The pin 21 will contact the trigger 28 of the saw 10 if the positioning devices are calibrated so that the saw runs free in the inoperative position but directly upon a pivoting movement towards the work piece 16 the pin 21 will force the trigger inwards thereby speeding up the engine of the saw. The spring 24 has to be sufficiently powerful to overcome the spring force of the trigger 28 of the saw. The safety switch 30 of the saw is inwardly forced by an elastic strap 31 or the like, which also serves to hold the saw 10 to the cradle 11 and therefore meshes with recesses 32 in the lower part of the cradle.

During the continued motion of the saw about the axis 14, the pin 21 will in due time force the trigger totally inwards whereupon the lever 20 leaves the adjustment screw 23 and follows the motion of the saw.

The device is simple to adjust and to lock because the pin 21 influencing the trigger is adjustable in radial and tangential direction relative to the centre of rotation 14. The lever being held against the screw 23 through the spring load will follow the movement of the saw when the trigger has been fully pressed in. These advantages will be kept substantially unchanged even if the lever 20 and the cradle 11 have somewhat spaced centres of rotation.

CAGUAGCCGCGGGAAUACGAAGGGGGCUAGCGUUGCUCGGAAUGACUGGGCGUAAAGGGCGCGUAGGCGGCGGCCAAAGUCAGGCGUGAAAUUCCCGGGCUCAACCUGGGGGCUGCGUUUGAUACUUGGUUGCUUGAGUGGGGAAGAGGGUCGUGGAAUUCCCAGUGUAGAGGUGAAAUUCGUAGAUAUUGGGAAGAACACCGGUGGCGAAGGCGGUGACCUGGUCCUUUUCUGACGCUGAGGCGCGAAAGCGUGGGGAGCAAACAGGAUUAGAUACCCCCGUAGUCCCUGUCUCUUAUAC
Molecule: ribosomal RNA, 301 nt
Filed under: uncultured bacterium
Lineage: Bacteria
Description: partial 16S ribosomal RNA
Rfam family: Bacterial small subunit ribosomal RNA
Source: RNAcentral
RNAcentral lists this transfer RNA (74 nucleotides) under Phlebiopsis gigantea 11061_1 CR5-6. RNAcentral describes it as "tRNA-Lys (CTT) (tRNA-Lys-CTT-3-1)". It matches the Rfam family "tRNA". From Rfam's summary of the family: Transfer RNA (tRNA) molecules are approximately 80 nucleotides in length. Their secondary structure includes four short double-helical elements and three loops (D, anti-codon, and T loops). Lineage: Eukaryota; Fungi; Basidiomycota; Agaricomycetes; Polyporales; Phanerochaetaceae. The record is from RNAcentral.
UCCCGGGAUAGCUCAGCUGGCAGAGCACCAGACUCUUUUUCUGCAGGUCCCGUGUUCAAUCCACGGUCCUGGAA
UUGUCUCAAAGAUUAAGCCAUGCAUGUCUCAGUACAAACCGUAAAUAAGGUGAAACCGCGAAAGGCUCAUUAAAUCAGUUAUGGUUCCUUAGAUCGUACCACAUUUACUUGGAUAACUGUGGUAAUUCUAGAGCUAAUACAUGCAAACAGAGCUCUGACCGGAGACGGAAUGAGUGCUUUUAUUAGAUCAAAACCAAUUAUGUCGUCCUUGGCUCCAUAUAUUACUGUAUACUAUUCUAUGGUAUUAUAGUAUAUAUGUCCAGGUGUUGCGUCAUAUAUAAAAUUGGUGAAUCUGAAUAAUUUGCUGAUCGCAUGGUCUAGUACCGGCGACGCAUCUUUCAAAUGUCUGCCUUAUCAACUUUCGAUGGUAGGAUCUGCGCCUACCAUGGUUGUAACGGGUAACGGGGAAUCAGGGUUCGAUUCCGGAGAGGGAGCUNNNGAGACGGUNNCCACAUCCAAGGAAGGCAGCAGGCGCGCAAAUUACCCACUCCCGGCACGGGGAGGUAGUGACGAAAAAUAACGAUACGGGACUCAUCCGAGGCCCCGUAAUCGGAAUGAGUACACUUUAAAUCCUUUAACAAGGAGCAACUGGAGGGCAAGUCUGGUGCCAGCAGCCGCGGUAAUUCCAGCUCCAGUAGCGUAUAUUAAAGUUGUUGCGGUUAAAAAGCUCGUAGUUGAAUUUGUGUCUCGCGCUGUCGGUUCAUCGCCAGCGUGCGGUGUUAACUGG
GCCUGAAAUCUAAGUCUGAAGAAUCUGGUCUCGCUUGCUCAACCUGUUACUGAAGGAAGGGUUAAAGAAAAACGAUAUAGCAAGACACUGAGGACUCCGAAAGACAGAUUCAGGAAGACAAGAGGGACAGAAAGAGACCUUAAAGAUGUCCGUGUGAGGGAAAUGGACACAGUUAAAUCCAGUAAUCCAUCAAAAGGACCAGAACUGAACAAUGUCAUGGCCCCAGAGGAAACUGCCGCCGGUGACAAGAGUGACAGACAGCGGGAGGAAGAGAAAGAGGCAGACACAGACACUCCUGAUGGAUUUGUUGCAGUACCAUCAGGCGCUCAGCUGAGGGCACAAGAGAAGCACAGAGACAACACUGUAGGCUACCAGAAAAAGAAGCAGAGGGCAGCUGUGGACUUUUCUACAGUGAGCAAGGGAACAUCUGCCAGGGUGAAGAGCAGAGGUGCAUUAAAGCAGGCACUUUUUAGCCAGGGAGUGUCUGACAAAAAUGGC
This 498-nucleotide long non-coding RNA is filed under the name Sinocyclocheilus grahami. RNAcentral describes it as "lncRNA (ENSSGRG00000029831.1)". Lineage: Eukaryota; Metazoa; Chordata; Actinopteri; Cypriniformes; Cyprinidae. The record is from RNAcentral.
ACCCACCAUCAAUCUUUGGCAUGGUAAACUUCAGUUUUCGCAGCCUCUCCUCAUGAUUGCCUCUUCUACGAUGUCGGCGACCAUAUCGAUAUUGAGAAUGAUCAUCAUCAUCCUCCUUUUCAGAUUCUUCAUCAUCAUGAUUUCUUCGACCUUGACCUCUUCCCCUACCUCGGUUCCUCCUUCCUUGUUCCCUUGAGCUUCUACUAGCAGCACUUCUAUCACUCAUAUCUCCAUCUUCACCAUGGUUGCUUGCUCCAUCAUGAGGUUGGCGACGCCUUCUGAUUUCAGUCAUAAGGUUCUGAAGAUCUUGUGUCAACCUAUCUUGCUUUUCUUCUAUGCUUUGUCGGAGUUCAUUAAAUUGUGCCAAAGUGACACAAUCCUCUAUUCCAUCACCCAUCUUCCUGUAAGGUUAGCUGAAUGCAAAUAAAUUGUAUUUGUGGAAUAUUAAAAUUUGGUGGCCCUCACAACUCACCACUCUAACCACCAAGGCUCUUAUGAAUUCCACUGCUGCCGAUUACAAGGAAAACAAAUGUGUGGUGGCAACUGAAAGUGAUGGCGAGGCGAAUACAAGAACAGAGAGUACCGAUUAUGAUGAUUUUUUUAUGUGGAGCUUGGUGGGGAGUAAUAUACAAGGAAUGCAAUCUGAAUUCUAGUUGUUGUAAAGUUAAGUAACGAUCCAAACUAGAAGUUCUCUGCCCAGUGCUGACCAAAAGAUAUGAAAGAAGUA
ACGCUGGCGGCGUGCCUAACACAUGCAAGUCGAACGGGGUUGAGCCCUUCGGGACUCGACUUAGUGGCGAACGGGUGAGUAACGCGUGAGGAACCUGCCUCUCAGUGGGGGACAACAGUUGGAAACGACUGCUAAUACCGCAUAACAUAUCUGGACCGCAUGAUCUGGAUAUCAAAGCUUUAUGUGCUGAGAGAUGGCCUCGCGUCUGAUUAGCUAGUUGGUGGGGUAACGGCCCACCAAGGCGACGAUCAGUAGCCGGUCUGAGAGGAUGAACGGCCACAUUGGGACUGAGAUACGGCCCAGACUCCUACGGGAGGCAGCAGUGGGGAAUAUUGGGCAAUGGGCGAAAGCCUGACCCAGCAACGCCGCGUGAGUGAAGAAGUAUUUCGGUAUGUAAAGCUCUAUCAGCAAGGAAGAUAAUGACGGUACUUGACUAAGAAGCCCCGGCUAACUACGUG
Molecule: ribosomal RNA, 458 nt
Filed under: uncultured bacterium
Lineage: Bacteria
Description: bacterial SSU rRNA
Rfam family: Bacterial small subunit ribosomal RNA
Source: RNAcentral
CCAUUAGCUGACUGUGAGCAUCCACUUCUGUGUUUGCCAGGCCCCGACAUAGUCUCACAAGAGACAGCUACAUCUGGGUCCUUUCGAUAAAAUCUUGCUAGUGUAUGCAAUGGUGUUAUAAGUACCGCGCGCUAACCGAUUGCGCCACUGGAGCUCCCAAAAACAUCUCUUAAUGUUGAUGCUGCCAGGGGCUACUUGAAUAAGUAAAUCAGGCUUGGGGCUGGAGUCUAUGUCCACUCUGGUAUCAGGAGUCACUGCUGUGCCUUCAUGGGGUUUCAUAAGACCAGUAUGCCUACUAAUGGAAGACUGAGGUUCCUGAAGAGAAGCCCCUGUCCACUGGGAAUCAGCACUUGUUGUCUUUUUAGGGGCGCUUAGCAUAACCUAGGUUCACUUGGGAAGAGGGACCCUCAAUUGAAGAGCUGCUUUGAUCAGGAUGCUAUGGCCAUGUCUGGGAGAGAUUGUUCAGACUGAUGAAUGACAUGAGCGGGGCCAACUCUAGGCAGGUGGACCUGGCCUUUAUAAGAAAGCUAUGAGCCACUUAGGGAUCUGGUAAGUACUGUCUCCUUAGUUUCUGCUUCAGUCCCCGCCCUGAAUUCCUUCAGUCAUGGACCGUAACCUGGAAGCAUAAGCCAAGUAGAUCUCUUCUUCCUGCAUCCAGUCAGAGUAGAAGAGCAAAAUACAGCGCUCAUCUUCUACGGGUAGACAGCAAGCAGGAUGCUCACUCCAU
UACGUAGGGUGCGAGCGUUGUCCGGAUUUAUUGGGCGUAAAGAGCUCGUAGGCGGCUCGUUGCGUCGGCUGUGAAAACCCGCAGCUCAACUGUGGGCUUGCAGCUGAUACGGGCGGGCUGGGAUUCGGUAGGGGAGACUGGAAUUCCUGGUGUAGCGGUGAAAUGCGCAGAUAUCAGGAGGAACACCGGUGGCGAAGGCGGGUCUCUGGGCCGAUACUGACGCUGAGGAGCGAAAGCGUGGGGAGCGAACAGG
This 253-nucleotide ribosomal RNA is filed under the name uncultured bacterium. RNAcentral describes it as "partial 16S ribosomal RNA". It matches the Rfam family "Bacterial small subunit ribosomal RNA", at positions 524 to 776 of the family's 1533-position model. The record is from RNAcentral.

Patent Citations
Cited PatentFiling datePublication dateApplicantTitle
US2851067 *Jul 9, 1956Sep 9, 1958Greenslate Wesley MChain saw table
US4210049 *Dec 21, 1978Jul 1, 1980Gauthier R RaymondTubular frame supported, cantilevered chain saw
US4214498 *Oct 13, 1978Jul 29, 1980Zukas Peter WWood cutting apparatus
US4342243 *Dec 5, 1980Aug 3, 1982Kendall PorrittChain saw stand
Referenced by
Citing PatentFiling datePublication dateApplicantTitle
US4771344 *Nov 13, 1986Sep 13, 1988James FallacaroSystem for enhancing audio and/or visual presentation
US4779503 *Dec 14, 1987Oct 25, 1988Mitchell Donald HPortable saw stand
US4823666 *May 9, 1988Apr 25, 1989Galloway Ronald GStand for portable band saw
US5046390 *Jul 6, 1990Sep 10, 1991Makita Electric Works, Ltd.Miter saw
US6073528 *Jan 6, 1999Jun 13, 2000Porter; Gerald R.Chain saw jig
US6272960 *Jul 13, 1998Aug 14, 2001Black & Decker Inc.Chop saw
US8234962 *Nov 14, 2008Aug 7, 2012Lugmayer Clive A JSaw buddy
US8490663 *Feb 6, 2009Jul 23, 2013Terrill W. WrightRemotely operated mobile cutting apparatus
US20040208917 *Apr 16, 2003Oct 21, 2004Wilfried FischerTransdermal systems for the release of clonidine
US20090205750 *Feb 6, 2009Aug 20, 2009Wright Terrill WRemotely operated mobile cutting apparatus
US20100122618 *Nov 14, 2008May 20, 2010Lugmayer Clive A JSaw Buddy
US20120111170 *Nov 9, 2010May 10, 2012Michael David SteinfortChain saw stand
EP0332111A1 *Mar 6, 1989Sep 13, 1989Roberto ZosoCutting apparatus
U.S. Classification83/796, 83/788, 83/574
International ClassificationB27B17/00
Cooperative ClassificationY10T83/7114, B27B17/0058, Y10T83/707, Y10T83/8763
European ClassificationB27B17/00F2
Legal Events
Jul 5, 1984ASAssignment
Effective date: 19840413
Feb 21, 1989FPAYFee payment
Year of fee payment: 4
Sep 5, 1993LAPSLapse for failure to pay maintenance fees
Nov 23, 1993FPExpired due to failure to pay maintenance fee
Effective date: 19930905